A century and a quarter later, one could argue that even while many men - and women - presumed to speak for the people, Americans were hardly ignored. The coverage and the concern about the people showed that American democracy did not just work; it triumphed.
Twice in two weeks, the Supreme Court allowed the media to broadcast an audio tape of its proceedings. For the first time in American history, the usually circumspect court invited the people to hear what happens in those august chambers, although requests to televise the oral arguments were denied. The weekend after the first Supreme Court argument, many television networks broadcast the marathon mini-trial in Floridas circuit court, with a dozen lawyers arguing deep into the night about Al Gores challenge to the Florida election results.
Even after three weeks worth of arguments about hanging chads and pregnant chads, both legal arguments proved to be dense and sophisticated. Before the Supreme Court, some of Americas smartest - and most expensive - legal minds endured 90 minutes of grilling over nuanced interpretations of the U. S. Constitution, the Florida Constitution and the Florida election code.
Meanwhile, in the circuit court, the discussion was more prosaic, but no less picayune, with a parade of experts testifying to the resilience of the rubber, and the sharpness of the stylus, in the now discredited Votomatic balloting machines.
Such wonderfully tedious arguments offered eloquent testimony to the power and magic of American democracy, to the enduring commitment of American citizens to the rule of law and to the legitimacy of the Constitutional system. Alas, the constant coverage also led to great moments of buffoonery, and some critical mistakes.
The foolishness of election night, when networks called and then "uncalled" particular states, was matched the night the U.S. Supreme Court announced its final decision. Reporters already groggy from five weeks of crisis and a two-day stakeout rushed on the air the minute the court released its opinion. The opinion was complicated, but that did not stop reporters from trying to rip out instant headlines - and it did not stop anchors from demanding instant analysis from their all-too-willing pundits. More serious were the strategic miscalculations and demagogic outbursts that the constant camera scrutiny invited. Gores fear of looking like a loser in the short term led him to prolong the protest period - and thus cut into the more important contest period.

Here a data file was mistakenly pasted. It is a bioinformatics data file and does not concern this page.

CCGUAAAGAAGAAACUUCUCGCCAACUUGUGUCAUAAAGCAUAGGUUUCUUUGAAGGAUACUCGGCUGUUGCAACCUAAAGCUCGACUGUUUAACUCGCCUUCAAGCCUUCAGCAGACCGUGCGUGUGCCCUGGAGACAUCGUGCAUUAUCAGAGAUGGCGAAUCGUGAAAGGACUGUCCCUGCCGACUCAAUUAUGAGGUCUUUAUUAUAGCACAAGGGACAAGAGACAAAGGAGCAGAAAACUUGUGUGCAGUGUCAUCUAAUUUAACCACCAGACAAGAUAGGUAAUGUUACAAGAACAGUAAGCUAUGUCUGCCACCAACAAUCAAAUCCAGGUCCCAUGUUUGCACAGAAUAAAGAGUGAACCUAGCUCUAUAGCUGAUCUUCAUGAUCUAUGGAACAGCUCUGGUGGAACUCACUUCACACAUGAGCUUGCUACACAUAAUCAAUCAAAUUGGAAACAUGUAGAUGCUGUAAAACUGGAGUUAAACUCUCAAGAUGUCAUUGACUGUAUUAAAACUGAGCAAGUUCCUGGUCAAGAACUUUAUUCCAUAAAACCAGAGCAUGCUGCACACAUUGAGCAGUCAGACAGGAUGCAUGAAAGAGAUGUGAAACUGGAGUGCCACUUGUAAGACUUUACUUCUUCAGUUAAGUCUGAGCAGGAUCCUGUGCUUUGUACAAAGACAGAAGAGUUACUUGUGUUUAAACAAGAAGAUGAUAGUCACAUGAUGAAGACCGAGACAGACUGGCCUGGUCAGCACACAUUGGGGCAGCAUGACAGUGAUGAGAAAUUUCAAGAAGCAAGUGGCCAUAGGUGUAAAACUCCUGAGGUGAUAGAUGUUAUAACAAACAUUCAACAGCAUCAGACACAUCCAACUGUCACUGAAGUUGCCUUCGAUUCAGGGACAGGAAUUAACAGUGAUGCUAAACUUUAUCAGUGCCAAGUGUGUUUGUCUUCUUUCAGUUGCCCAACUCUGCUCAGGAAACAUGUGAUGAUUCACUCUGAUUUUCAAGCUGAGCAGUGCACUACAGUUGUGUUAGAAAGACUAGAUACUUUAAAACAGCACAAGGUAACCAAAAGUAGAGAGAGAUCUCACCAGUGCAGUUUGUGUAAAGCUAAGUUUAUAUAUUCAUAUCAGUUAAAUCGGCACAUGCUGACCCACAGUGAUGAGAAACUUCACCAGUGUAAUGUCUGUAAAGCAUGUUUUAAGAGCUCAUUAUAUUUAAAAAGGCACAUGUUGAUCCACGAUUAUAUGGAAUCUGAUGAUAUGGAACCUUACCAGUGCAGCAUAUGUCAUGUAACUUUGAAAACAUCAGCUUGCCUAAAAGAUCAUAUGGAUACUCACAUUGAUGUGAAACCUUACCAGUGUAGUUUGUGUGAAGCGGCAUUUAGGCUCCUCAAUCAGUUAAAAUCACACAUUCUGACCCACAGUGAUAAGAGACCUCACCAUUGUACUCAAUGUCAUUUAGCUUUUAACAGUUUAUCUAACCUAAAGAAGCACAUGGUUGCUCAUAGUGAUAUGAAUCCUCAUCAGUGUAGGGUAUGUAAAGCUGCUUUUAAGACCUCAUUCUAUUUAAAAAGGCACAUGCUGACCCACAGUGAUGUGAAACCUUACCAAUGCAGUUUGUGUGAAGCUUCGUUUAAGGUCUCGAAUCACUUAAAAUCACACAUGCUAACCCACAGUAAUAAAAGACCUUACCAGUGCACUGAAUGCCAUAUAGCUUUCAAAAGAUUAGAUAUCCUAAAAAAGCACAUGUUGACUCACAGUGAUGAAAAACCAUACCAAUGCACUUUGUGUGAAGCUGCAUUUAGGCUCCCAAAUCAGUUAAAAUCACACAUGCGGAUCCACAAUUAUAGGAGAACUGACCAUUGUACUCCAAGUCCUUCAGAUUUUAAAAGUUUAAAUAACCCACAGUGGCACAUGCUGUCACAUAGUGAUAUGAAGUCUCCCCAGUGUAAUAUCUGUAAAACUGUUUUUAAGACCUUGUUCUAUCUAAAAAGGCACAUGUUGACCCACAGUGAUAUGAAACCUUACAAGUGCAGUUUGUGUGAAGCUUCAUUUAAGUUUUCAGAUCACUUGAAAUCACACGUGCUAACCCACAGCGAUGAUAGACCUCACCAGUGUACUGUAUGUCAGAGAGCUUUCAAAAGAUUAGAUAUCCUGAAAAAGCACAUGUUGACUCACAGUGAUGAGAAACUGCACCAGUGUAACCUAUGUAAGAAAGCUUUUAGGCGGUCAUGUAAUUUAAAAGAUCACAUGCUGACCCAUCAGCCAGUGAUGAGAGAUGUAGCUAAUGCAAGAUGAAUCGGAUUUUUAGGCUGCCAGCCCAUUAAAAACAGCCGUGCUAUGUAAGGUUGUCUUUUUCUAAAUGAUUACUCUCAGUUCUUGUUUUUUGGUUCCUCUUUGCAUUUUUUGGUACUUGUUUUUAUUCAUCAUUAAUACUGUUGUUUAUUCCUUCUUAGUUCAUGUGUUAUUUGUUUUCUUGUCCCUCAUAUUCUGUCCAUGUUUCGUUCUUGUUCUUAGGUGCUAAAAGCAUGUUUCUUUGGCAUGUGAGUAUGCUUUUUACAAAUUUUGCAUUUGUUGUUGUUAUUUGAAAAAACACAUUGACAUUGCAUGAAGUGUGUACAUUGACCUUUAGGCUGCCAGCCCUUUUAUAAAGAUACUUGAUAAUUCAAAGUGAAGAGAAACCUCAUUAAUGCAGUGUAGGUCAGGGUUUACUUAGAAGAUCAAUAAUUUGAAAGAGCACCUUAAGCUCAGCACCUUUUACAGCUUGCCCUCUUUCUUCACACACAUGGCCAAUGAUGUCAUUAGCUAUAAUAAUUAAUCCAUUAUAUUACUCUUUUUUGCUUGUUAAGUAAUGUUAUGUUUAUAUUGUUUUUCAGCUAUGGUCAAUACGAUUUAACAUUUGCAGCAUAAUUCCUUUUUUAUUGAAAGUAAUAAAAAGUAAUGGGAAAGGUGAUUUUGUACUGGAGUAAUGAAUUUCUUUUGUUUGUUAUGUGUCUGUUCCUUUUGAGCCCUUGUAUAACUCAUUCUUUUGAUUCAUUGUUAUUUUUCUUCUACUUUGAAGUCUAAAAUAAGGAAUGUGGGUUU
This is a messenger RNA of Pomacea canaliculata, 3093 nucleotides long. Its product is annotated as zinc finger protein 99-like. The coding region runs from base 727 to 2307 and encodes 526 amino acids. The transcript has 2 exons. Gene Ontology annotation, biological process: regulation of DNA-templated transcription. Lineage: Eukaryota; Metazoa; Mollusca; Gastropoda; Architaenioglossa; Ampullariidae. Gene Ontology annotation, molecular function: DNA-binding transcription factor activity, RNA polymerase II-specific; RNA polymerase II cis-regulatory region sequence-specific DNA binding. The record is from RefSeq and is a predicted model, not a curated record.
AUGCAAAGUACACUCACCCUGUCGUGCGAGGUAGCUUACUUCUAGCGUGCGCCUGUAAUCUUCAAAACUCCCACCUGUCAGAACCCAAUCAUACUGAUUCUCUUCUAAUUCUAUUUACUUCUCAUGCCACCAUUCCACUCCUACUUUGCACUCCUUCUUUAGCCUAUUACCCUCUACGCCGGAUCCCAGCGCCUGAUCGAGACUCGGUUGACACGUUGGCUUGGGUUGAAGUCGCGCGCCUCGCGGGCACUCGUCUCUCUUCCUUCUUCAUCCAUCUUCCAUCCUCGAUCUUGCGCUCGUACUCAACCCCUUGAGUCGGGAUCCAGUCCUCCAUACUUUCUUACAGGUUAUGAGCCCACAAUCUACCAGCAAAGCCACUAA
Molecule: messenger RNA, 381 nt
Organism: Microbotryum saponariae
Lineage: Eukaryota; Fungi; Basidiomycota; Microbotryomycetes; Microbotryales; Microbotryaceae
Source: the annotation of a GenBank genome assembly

The need to win the daily spin also fired up the already inflamed players. Watching the daily march of Republicans and Democrats to the podiums, hearing their eerily parallel charges about how the other side was "stealing the election," it was easy to conclude that we are becoming a "Crossfire Nation," a fractious, polarized and quarrelsome bunch willing to scale the rhetorical ramparts at the slightest provocation. But the fact that public opinion surveys did not find the fury widespread suggests a different, and perhaps more disturbing phenomenon.
There is a fine line between maturity, sobriety and patience, and indifference, alienation and disgust. We may more likely be on the way to becoming a Couch Potato Nation, happy to watch the crossfire, rarely willing to plunge in or engage. As with President Clintons impeachment, the gap between the intensity of the partisans and the detachment of the people may be a testament to an enlightened and patient body politic.
More likely it suggests the truth of sociologist Robert Putnams warnings that we are "Bowling Alone," that Americans watch but do not engage, that we are increasingly spectators and not participants in our democracy. If true, the problems uncovered by the Florida fiasco run a lot deeper than a hanging chad here, and a dimpled chad there.
Gil Troy is professor of history at McGill University in Montreal. He is the author of Mr. and Mrs. President: From the Trumans to the Clintons and See How They Ran: The Changing Role of the Presidential Candidate.